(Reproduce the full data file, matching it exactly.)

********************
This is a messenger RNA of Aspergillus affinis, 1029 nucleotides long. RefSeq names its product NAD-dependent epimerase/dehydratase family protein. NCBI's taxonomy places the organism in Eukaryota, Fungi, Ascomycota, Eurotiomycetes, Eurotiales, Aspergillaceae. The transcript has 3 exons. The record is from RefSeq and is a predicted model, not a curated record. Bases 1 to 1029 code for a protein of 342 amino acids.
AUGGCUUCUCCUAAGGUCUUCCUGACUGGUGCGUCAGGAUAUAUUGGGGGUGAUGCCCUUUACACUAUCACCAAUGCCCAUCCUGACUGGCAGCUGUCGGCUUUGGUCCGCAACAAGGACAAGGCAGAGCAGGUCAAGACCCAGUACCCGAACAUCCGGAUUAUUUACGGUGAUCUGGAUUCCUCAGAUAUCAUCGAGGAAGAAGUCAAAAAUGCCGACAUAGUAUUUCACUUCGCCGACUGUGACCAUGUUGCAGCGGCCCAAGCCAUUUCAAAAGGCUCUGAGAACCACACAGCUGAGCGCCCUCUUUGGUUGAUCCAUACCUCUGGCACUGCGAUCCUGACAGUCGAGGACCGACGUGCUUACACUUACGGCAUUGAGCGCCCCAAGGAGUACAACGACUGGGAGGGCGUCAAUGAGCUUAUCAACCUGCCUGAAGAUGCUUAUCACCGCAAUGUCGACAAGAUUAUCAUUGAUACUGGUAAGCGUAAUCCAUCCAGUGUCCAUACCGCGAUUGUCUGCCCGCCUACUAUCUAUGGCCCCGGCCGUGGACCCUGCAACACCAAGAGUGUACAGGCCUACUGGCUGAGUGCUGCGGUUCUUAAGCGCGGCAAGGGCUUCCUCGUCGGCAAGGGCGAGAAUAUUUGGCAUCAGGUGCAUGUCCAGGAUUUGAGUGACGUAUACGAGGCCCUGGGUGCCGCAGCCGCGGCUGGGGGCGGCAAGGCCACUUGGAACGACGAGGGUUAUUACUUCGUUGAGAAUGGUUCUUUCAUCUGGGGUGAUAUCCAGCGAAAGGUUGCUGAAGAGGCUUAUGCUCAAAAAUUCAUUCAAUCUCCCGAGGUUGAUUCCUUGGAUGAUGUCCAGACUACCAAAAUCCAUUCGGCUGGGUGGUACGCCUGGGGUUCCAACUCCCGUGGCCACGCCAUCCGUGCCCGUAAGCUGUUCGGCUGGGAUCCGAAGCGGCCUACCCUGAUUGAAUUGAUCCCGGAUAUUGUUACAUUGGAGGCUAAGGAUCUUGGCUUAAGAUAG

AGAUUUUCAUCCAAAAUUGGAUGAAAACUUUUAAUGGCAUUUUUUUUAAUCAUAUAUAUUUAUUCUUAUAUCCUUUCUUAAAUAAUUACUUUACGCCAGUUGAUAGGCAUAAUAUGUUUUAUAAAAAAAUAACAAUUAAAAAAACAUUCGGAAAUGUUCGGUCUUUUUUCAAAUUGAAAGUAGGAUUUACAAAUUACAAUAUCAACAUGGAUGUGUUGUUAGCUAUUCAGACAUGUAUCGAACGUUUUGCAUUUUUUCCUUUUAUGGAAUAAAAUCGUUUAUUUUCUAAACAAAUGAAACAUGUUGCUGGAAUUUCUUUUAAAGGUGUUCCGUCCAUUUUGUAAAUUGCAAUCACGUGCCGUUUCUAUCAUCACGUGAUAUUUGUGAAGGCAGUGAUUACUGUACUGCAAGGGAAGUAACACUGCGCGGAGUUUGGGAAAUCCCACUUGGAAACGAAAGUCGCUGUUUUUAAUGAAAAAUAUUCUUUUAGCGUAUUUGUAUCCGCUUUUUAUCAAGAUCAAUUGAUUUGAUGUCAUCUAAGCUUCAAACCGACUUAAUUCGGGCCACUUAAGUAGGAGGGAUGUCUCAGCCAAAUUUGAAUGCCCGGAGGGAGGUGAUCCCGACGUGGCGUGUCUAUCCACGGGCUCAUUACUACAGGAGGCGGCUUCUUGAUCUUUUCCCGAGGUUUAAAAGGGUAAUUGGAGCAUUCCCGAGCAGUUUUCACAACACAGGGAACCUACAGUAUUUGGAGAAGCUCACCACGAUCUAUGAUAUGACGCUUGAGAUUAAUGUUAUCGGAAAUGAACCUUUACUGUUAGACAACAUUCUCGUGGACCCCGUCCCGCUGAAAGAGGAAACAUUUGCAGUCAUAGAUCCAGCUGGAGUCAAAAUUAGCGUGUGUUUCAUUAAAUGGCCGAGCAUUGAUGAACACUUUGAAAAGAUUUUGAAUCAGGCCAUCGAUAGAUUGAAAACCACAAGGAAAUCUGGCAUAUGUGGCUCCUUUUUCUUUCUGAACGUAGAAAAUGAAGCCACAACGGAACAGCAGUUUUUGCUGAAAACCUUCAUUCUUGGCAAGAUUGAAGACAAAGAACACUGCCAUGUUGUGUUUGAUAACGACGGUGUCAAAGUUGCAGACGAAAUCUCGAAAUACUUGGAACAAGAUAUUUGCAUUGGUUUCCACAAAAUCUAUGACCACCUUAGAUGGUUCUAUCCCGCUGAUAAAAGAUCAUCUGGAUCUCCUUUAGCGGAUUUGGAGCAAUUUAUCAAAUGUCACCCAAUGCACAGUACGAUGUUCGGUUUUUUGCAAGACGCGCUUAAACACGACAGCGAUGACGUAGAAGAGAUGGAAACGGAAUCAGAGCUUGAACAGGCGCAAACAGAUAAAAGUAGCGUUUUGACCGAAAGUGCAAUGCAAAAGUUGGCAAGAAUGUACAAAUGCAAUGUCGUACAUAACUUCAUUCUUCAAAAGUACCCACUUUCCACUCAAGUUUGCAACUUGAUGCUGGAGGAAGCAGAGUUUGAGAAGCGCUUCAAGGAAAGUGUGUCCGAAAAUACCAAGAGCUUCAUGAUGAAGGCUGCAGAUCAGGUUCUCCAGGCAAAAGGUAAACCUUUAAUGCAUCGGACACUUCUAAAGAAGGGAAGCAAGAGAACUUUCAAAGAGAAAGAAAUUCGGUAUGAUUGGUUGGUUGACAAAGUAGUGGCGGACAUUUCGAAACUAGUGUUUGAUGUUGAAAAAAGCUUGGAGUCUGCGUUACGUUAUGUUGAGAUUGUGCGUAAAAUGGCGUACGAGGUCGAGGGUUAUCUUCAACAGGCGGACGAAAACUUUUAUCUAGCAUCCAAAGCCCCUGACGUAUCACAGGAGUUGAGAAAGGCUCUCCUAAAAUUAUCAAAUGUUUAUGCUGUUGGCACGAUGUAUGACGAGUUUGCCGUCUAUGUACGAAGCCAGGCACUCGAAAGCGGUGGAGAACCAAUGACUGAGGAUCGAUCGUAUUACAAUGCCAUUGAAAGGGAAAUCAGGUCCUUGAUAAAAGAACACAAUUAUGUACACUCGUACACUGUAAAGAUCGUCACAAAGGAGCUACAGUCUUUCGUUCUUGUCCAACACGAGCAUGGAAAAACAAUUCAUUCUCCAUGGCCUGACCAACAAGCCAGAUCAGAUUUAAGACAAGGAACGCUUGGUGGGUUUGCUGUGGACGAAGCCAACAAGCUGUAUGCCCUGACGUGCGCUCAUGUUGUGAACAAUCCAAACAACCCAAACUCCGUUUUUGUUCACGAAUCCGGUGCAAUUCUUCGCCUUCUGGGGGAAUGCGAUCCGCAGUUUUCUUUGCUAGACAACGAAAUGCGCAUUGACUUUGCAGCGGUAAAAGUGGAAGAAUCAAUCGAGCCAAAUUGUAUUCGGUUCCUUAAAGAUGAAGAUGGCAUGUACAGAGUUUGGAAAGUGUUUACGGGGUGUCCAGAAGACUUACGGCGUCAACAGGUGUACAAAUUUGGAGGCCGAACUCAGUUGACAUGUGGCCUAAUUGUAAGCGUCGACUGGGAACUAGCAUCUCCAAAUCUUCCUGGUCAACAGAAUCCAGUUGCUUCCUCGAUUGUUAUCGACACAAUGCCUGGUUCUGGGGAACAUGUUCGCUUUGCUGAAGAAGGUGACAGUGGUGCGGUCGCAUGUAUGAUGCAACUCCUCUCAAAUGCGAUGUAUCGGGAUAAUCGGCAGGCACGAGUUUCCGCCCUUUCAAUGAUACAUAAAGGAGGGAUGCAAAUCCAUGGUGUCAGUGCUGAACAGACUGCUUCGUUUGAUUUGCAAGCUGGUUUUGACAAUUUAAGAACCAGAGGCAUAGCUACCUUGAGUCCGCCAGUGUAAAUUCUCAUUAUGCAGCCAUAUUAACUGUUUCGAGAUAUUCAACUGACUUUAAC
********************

This is a messenger RNA of Aspergillus affinis, 1029 nucleotides long. RefSeq names its product NAD-dependent epimerase/dehydratase family protein. NCBI's taxonomy places the organism in Eukaryota, Fungi, Ascomycota, Eurotiomycetes, Eurotiales, Aspergillaceae. The transcript has 3 exons. The record is from RefSeq and is a predicted model, not a curated record. Bases 1 to 1029 code for a protein of 342 amino acids.
AUGGCUUCUCCUAAGGUCUUCCUGACUGGUGCGUCAGGAUAUAUUGGGGGUGAUGCCCUUUACACUAUCACCAAUGCCCAUCCUGACUGGCAGCUGUCGGCUUUGGUCCGCAACAAGGACAAGGCAGAGCAGGUCAAGACCCAGUACCCGAACAUCCGGAUUAUUUACGGUGAUCUGGAUUCCUCAGAUAUCAUCGAGGAAGAAGUCAAAAAUGCCGACAUAGUAUUUCACUUCGCCGACUGUGACCAUGUUGCAGCGGCCCAAGCCAUUUCAAAAGGCUCUGAGAACCACACAGCUGAGCGCCCUCUUUGGUUGAUCCAUACCUCUGGCACUGCGAUCCUGACAGUCGAGGACCGACGUGCUUACACUUACGGCAUUGAGCGCCCCAAGGAGUACAACGACUGGGAGGGCGUCAAUGAGCUUAUCAACCUGCCUGAAGAUGCUUAUCACCGCAAUGUCGACAAGAUUAUCAUUGAUACUGGUAAGCGUAAUCCAUCCAGUGUCCAUACCGCGAUUGUCUGCCCGCCUACUAUCUAUGGCCCCGGCCGUGGACCCUGCAACACCAAGAGUGUACAGGCCUACUGGCUGAGUGCUGCGGUUCUUAAGCGCGGCAAGGGCUUCCUCGUCGGCAAGGGCGAGAAUAUUUGGCAUCAGGUGCAUGUCCAGGAUUUGAGUGACGUAUACGAGGCCCUGGGUGCCGCAGCCGCGGCUGGGGGCGGCAAGGCCACUUGGAACGACGAGGGUUAUUACUUCGUUGAGAAUGGUUCUUUCAUCUGGGGUGAUAUCCAGCGAAAGGUUGCUGAAGAGGCUUAUGCUCAAAAAUUCAUUCAAUCUCCCGAGGUUGAUUCCUUGGAUGAUGUCCAGACUACCAAAAUCCAUUCGGCUGGGUGGUACGCCUGGGGUUCCAACUCCCGUGGCCACGCCAUCCGUGCCCGUAAGCUGUUCGGCUGGGAUCCGAAGCGGCCUACCCUGAUUGAAUUGAUCCCGGAUAUUGUUACAUUGGAGGCUAAGGAUCUUGGCUUAAGAUAG

AGAUUUUCAUCCAAAAUUGGAUGAAAACUUUUAAUGGCAUUUUUUUUAAUCAUAUAUAUUUAUUCUUAUAUCCUUUCUUAAAUAAUUACUUUACGCCAGUUGAUAGGCAUAAUAUGUUUUAUAAAAAAAUAACAAUUAAAAAAACAUUCGGAAAUGUUCGGUCUUUUUUCAAAUUGAAAGUAGGAUUUACAAAUUACAAUAUCAACAUGGAUGUGUUGUUAGCUAUUCAGACAUGUAUCGAACGUUUUGCAUUUUUUCCUUUUAUGGAAUAAAAUCGUUUAUUUUCUAAACAAAUGAAACAUGUUGCUGGAAUUUCUUUUAAAGGUGUUCCGUCCAUUUUGUAAAUUGCAAUCACGUGCCGUUUCUAUCAUCACGUGAUAUUUGUGAAGGCAGUGAUUACUGUACUGCAAGGGAAGUAACACUGCGCGGAGUUUGGGAAAUCCCACUUGGAAACGAAAGUCGCUGUUUUUAAUGAAAAAUAUUCUUUUAGCGUAUUUGUAUCCGCUUUUUAUCAAGAUCAAUUGAUUUGAUGUCAUCUAAGCUUCAAACCGACUUAAUUCGGGCCACUUAAGUAGGAGGGAUGUCUCAGCCAAAUUUGAAUGCCCGGAGGGAGGUGAUCCCGACGUGGCGUGUCUAUCCACGGGCUCAUUACUACAGGAGGCGGCUUCUUGAUCUUUUCCCGAGGUUUAAAAGGGUAAUUGGAGCAUUCCCGAGCAGUUUUCACAACACAGGGAACCUACAGUAUUUGGAGAAGCUCACCACGAUCUAUGAUAUGACGCUUGAGAUUAAUGUUAUCGGAAAUGAACCUUUACUGUUAGACAACAUUCUCGUGGACCCCGUCCCGCUGAAAGAGGAAACAUUUGCAGUCAUAGAUCCAGCUGGAGUCAAAAUUAGCGUGUGUUUCAUUAAAUGGCCGAGCAUUGAUGAACACUUUGAAAAGAUUUUGAAUCAGGCCAUCGAUAGAUUGAAAACCACAAGGAAAUCUGGCAUAUGUGGCUCCUUUUUCUUUCUGAACGUAGAAAAUGAAGCCACAACGGAACAGCAGUUUUUGCUGAAAACCUUCAUUCUUGGCAAGAUUGAAGACAAAGAACACUGCCAUGUUGUGUUUGAUAACGACGGUGUCAAAGUUGCAGACGAAAUCUCGAAAUACUUGGAACAAGAUAUUUGCAUUGGUUUCCACAAAAUCUAUGACCACCUUAGAUGGUUCUAUCCCGCUGAUAAAAGAUCAUCUGGAUCUCCUUUAGCGGAUUUGGAGCAAUUUAUCAAAUGUCACCCAAUGCACAGUACGAUGUUCGGUUUUUUGCAAGACGCGCUUAAACACGACAGCGAUGACGUAGAAGAGAUGGAAACGGAAUCAGAGCUUGAACAGGCGCAAACAGAUAAAAGUAGCGUUUUGACCGAAAGUGCAAUGCAAAAGUUGGCAAGAAUGUACAAAUGCAAUGUCGUACAUAACUUCAUUCUUCAAAAGUACCCACUUUCCACUCAAGUUUGCAACUUGAUGCUGGAGGAAGCAGAGUUUGAGAAGCGCUUCAAGGAAAGUGUGUCCGAAAAUACCAAGAGCUUCAUGAUGAAGGCUGCAGAUCAGGUUCUCCAGGCAAAAGGUAAACCUUUAAUGCAUCGGACACUUCUAAAGAAGGGAAGCAAGAGAACUUUCAAAGAGAAAGAAAUUCGGUAUGAUUGGUUGGUUGACAAAGUAGUGGCGGACAUUUCGAAACUAGUGUUUGAUGUUGAAAAAAGCUUGGAGUCUGCGUUACGUUAUGUUGAGAUUGUGCGUAAAAUGGCGUACGAGGUCGAGGGUUAUCUUCAACAGGCGGACGAAAACUUUUAUCUAGCAUCCAAAGCCCCUGACGUAUCACAGGAGUUGAGAAAGGCUCUCCUAAAAUUAUCAAAUGUUUAUGCUGUUGGCACGAUGUAUGACGAGUUUGCCGUCUAUGUACGAAGCCAGGCACUCGAAAGCGGUGGAGAACCAAUGACUGAGGAUCGAUCGUAUUACAAUGCCAUUGAAAGGGAAAUCAGGUCCUUGAUAAAAGAACACAAUUAUGUACACUCGUACACUGUAAAGAUCGUCACAAAGGAGCUACAGUCUUUCGUUCUUGUCCAACACGAGCAUGGAAAAACAAUUCAUUCUCCAUGGCCUGACCAACAAGCCAGAUCAGAUUUAAGACAAGGAACGCUUGGUGGGUUUGCUGUGGACGAAGCCAACAAGCUGUAUGCCCUGACGUGCGCUCAUGUUGUGAACAAUCCAAACAACCCAAACUCCGUUUUUGUUCACGAAUCCGGUGCAAUUCUUCGCCUUCUGGGGGAAUGCGAUCCGCAGUUUUCUUUGCUAGACAACGAAAUGCGCAUUGACUUUGCAGCGGUAAAAGUGGAAGAAUCAAUCGAGCCAAAUUGUAUUCGGUUCCUUAAAGAUGAAGAUGGCAUGUACAGAGUUUGGAAAGUGUUUACGGGGUGUCCAGAAGACUUACGGCGUCAACAGGUGUACAAAUUUGGAGGCCGAACUCAGUUGACAUGUGGCCUAAUUGUAAGCGUCGACUGGGAACUAGCAUCUCCAAAUCUUCCUGGUCAACAGAAUCCAGUUGCUUCCUCGAUUGUUAUCGACACAAUGCCUGGUUCUGGGGAACAUGUUCGCUUUGCUGAAGAAGGUGACAGUGGUGCGGUCGCAUGUAUGAUGCAACUCCUCUCAAAUGCGAUGUAUCGGGAUAAUCGGCAGGCACGAGUUUCCGCCCUUUCAAUGAUACAUAAAGGAGGGAUGCAAAUCCAUGGUGUCAGUGCUGAACAGACUGCUUCGUUUGAUUUGCAAGCUGGUUUUGACAAUUUAAGAACCAGAGGCAUAGCUACCUUGAGUCCGCCAGUGUAAAUUCUCAUUAUGCAGCCAUAUUAACUGUUUCGAGAUAUUCAACUGACUUUAAC